Episode 15: Metrocon 2019: The Design Behind Privacy
METROCON 2019 was a fun event for MPS as we exhibited in a design vignette with other companies in partnership with the design firm Smith Group, we sponsored a classroom and met tons of people around the CEU classrooms and delivered a CEU for designers and architects. The event brings in designers and architects from around Texas who are looking for exposure to different manufacturers as well as earning continuing education units. Andy Vawter delivered our AIA course on privacy in office design for the event. He also sat down with Daniel Litwin of Market Scale to discuss designing for privacy in modern offices on the Market Scale B2B Podcast.
The interview was all about how office space is changing to more open collaborative space and how MPS is working to educate everyone involved about the issues of acoustics and privacy. Andy and Daniel discuss how this change is impacting the office space. “Believe it or not” says Andy, “phone booths are coming back.” Businesses are trying to find a way to save costs and open up the space, but they know they will have issues with privacy. “I think it boils down to cost. How do we get more people in the space?” Andy points out that education is the most important part. People come to the designers looking for a space plan, so if that designer understands how acoustics works, they can be a very valuable resource.
Andy went on to talk about lessons learned on various projects and how to focus on the customers’ needs. “I think I’ve learned that just caring about the customers’ experience is really the only thing that matters.” This focus on the customer allows MPS to determine the correct solution for the client. Even if the original build of the space created some very difficult problems, helping improve the acoustics is always the goal.
From the Dallas Market Hall. This is Market Scale at MetroCon.
Hello everyone. Welcome to the podcast. I’m your host Daniel Litwin, the voice of B2B and today we are at MetroCon 2019 in Dallas, Texas, which is a conference for interior designers, architects, facility managers, and more looking to network and learn in the built environment. And on this episode we’re looking at the loss of privacy in the workplace and why some say we need to bring it back. How should architects designed with privacy in mind and to what extent? We’re looking to answer those questions and to give his insight. I’d like to welcome Andy Vawter, Vice President of Business Development for MPS LLC. Andy, great to have you on. How are you doing today?
I’m doing well. Thanks for having me on the show.
Yeah, it’s a pleasure. I’m looking forward to breaking this down so you know, I think everyone can just literally turn around in their seats and look at what the workplace looks like today and realize that things have evolved a ton in the last several years. I mean that the traditional cubicle style office plan has been transformed into an open floor, which has become collaborative spaces. And then even further, I’ve been pushed to coworking spaces. So you know, the workplace doesn’t look like it did in office space, which we’ve got a shout out that movie. Great movie.
What kind of effect has this change in the workplace had on privacy in the workplace?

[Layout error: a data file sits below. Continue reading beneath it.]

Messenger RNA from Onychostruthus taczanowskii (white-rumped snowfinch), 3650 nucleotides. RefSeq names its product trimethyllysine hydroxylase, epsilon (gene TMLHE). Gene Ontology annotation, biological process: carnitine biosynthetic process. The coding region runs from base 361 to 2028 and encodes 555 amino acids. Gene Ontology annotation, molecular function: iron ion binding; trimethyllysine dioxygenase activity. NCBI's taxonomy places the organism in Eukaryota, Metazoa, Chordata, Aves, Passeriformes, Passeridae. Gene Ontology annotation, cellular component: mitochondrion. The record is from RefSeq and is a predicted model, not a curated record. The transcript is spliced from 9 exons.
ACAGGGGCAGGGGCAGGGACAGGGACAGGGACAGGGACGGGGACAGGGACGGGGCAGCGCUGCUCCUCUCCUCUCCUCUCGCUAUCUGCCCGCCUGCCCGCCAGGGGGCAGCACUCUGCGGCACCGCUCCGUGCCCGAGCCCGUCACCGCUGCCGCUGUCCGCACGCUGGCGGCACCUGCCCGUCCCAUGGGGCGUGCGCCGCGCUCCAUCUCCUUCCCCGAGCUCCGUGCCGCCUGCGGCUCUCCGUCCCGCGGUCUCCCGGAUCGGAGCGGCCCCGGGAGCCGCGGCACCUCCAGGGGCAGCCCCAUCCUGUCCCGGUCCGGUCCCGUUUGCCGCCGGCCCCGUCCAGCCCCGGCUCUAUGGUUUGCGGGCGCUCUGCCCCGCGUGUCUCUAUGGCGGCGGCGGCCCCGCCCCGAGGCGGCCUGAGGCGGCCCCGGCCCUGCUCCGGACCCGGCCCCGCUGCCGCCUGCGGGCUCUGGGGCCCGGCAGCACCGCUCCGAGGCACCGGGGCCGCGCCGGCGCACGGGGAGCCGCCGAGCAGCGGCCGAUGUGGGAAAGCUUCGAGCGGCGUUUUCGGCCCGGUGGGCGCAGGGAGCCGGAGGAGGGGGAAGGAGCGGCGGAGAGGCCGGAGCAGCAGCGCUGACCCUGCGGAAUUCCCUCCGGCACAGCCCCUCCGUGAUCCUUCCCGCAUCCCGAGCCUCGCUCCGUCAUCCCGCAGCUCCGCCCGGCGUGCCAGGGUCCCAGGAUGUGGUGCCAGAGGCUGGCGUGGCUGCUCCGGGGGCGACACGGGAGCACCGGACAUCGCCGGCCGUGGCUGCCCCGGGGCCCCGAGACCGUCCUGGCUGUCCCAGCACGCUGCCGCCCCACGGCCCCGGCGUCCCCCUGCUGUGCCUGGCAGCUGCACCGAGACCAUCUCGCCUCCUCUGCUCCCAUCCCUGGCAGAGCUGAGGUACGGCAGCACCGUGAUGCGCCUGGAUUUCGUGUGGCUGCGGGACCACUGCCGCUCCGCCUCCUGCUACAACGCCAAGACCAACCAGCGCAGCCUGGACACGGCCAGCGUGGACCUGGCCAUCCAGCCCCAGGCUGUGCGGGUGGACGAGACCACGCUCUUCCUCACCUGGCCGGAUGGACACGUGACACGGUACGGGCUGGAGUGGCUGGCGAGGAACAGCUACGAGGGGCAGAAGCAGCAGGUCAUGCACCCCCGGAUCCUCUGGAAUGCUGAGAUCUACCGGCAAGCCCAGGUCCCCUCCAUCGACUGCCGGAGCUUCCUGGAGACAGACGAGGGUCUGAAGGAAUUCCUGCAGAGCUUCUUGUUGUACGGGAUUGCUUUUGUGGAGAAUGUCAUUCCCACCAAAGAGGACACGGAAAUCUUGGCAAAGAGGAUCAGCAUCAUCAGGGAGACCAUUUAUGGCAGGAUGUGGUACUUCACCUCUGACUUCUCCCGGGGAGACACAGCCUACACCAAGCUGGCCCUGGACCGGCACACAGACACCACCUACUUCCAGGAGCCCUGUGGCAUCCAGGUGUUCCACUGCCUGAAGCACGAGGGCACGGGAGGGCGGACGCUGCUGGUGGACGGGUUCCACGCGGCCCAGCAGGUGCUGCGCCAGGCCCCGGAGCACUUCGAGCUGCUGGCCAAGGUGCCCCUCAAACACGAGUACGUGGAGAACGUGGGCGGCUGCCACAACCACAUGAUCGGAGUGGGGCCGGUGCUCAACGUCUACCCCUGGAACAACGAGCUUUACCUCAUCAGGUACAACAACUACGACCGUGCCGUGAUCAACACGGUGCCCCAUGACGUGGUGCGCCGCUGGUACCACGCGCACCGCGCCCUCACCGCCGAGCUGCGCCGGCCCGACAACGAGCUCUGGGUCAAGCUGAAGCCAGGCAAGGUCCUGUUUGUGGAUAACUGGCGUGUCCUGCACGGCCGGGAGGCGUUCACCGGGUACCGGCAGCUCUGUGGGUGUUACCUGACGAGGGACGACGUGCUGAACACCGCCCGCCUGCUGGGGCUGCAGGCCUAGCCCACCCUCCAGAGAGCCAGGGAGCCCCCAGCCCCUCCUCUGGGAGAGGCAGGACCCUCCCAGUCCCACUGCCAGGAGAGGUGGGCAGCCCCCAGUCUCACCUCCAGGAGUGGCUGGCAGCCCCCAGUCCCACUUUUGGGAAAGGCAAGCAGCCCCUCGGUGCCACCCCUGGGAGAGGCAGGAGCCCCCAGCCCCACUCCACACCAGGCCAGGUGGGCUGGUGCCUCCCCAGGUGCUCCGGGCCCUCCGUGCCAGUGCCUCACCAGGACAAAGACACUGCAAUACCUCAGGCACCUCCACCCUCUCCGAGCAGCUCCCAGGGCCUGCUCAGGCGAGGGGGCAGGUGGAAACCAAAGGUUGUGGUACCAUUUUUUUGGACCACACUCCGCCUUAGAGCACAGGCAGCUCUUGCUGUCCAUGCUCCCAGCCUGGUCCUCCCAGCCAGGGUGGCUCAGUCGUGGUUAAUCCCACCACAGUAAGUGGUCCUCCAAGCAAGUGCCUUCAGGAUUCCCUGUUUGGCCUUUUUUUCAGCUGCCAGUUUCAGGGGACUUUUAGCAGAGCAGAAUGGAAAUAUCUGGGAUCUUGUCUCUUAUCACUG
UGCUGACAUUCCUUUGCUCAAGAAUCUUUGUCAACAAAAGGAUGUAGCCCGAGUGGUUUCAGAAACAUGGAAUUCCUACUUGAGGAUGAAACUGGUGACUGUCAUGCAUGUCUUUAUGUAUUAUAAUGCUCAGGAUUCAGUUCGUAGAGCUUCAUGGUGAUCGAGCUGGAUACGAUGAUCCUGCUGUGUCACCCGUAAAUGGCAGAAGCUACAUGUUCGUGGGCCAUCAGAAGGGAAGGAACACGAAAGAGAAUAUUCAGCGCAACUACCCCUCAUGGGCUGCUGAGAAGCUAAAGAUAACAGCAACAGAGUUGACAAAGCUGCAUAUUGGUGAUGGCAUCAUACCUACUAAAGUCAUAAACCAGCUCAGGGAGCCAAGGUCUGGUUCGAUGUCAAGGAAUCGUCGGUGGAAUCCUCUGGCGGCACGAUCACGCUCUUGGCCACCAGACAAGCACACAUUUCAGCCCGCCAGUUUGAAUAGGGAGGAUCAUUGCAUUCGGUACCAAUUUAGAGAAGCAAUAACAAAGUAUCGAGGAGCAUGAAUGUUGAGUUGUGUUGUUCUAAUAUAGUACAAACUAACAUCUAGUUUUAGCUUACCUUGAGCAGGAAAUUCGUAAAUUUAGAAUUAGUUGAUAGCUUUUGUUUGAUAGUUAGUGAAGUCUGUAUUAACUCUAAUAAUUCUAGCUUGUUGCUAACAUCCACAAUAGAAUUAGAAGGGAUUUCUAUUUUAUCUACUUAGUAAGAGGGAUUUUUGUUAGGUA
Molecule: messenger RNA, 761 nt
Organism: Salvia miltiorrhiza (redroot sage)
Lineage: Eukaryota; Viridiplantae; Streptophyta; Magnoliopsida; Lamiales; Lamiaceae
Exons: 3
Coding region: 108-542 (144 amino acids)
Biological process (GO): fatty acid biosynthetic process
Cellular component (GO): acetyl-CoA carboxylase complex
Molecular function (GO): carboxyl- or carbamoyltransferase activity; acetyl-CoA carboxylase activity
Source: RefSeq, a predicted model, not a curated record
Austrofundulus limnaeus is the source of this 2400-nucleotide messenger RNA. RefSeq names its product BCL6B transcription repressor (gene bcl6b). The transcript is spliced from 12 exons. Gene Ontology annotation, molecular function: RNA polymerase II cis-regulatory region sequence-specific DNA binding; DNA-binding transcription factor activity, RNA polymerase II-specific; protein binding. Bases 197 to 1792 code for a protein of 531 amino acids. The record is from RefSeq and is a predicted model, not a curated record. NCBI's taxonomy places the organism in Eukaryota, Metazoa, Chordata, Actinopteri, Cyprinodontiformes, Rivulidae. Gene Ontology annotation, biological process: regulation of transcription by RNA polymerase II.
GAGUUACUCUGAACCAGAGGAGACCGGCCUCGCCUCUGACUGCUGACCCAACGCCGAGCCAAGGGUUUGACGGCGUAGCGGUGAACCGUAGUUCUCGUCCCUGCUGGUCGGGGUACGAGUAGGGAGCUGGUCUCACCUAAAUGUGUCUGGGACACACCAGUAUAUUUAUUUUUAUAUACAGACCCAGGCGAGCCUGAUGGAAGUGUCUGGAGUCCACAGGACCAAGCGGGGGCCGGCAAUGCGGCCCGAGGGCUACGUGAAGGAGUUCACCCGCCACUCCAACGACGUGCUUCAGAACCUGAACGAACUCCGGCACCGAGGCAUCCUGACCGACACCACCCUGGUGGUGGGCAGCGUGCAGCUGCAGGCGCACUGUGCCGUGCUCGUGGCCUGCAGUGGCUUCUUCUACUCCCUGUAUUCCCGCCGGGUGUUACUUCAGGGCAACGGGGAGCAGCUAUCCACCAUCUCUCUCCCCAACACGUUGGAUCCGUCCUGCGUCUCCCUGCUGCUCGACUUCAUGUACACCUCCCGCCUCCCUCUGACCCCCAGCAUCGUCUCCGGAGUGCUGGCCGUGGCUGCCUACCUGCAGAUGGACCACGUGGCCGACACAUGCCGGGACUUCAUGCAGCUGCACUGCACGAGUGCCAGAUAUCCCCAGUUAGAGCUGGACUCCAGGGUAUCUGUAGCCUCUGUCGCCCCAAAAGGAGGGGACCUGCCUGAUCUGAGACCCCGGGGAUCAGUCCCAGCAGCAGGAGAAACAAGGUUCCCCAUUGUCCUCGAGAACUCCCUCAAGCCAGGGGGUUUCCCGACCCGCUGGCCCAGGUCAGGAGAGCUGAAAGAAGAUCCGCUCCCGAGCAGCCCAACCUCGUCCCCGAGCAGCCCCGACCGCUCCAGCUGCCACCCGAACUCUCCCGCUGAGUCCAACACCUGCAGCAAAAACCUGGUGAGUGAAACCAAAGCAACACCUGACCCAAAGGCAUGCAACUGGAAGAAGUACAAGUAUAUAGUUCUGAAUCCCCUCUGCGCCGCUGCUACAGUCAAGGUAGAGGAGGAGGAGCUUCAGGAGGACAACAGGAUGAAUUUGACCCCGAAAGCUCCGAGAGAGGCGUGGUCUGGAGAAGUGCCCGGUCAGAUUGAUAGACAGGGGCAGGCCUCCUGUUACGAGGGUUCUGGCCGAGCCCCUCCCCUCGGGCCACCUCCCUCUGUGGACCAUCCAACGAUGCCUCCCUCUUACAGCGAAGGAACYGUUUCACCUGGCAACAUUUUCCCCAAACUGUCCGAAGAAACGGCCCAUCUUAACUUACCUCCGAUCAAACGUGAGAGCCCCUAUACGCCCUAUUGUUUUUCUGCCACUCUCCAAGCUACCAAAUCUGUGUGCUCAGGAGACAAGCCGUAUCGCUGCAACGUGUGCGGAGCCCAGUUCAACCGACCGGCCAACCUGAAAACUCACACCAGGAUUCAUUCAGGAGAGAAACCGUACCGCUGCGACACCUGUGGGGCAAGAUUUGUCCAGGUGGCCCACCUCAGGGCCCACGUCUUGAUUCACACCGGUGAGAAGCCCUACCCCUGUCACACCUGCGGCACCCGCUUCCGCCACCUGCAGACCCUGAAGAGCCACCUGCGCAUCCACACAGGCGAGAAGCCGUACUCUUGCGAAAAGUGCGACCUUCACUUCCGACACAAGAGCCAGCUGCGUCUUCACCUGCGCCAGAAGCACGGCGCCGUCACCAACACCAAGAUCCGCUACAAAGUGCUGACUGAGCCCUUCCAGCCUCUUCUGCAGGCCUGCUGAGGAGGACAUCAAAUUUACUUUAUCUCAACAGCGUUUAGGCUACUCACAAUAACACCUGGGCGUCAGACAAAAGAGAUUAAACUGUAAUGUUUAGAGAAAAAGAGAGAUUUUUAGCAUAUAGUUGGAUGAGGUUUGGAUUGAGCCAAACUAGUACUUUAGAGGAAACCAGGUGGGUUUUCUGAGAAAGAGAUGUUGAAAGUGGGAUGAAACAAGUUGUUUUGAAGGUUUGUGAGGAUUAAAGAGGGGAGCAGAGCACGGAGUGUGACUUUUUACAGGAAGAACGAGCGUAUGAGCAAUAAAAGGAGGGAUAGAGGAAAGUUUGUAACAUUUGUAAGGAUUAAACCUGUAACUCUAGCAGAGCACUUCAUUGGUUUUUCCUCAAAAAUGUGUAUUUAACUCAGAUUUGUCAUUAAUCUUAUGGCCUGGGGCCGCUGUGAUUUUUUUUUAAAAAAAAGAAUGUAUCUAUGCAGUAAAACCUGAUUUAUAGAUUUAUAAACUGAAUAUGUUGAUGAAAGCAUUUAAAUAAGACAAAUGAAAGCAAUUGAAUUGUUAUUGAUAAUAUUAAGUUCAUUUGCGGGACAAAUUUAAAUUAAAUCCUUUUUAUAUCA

Well, I mean the way you described it, I think everybody could understand it. That’s basically going to kill privacy. And so things that we’re seeing come back as a result of that are, believe it or not, phone booths. So that’s a new trend is a small little phone booth put in the office. So if I need to call my doctor or call my wife or something like that I can get up and walk into one of those close the door and have a call.
(Daniel: Do you have to use quarters?) No. (Daniel: No, no, no quarters.) Although they’re pretty expensive so they probably should have a little bit of an offering and there’s, you know, help pay for it. (Daniel: Free the quarters back me?)
Well that, yeah, I mean it totally makes sense, right? As the walls came down and collaboration increased, it’s almost like the pendulum swung a little too far in the other direction. (Andy: That’s a good way to describe that.) Are there any other specific design trends that have affected the modern workplace and privacy in the modern workplace?
I think a lot of that boils down to cost. You know, the walls are expensive. Real estate is expensive, right? So people who may be traditional could fit a hundred employees in a certain amount of square foot. Now we’re trying to do it in a smaller space. And so they’re coming to the architects and designers and saying, you know, we need to maximize the footprint here. How do we get more people in the space? So that’s adding to it and so, you know, you also look at construction techniques. So a lot of people here at this show, you know, sell different materials and things like that that go into builds. The way we’re designing walls if you just asked a general contractor to build you a wall, there’s a bunch of different ways they can do it, right? There’s the right way from an acoustic standpoint to give people privacy and there’s the cheap way. (Daniel: Which puts up the barrier.) Exactly. So there’s a barrier but the sound easily goes through the wall. You know, there’s that funny Geico commercial where those people are looking at condos and you know, the people on each side of the wall kind of telling them about how great that place and that’s happening in office spaces as well. So even if you do get lucky enough to have your own private office, a lot of times that’s not all that private.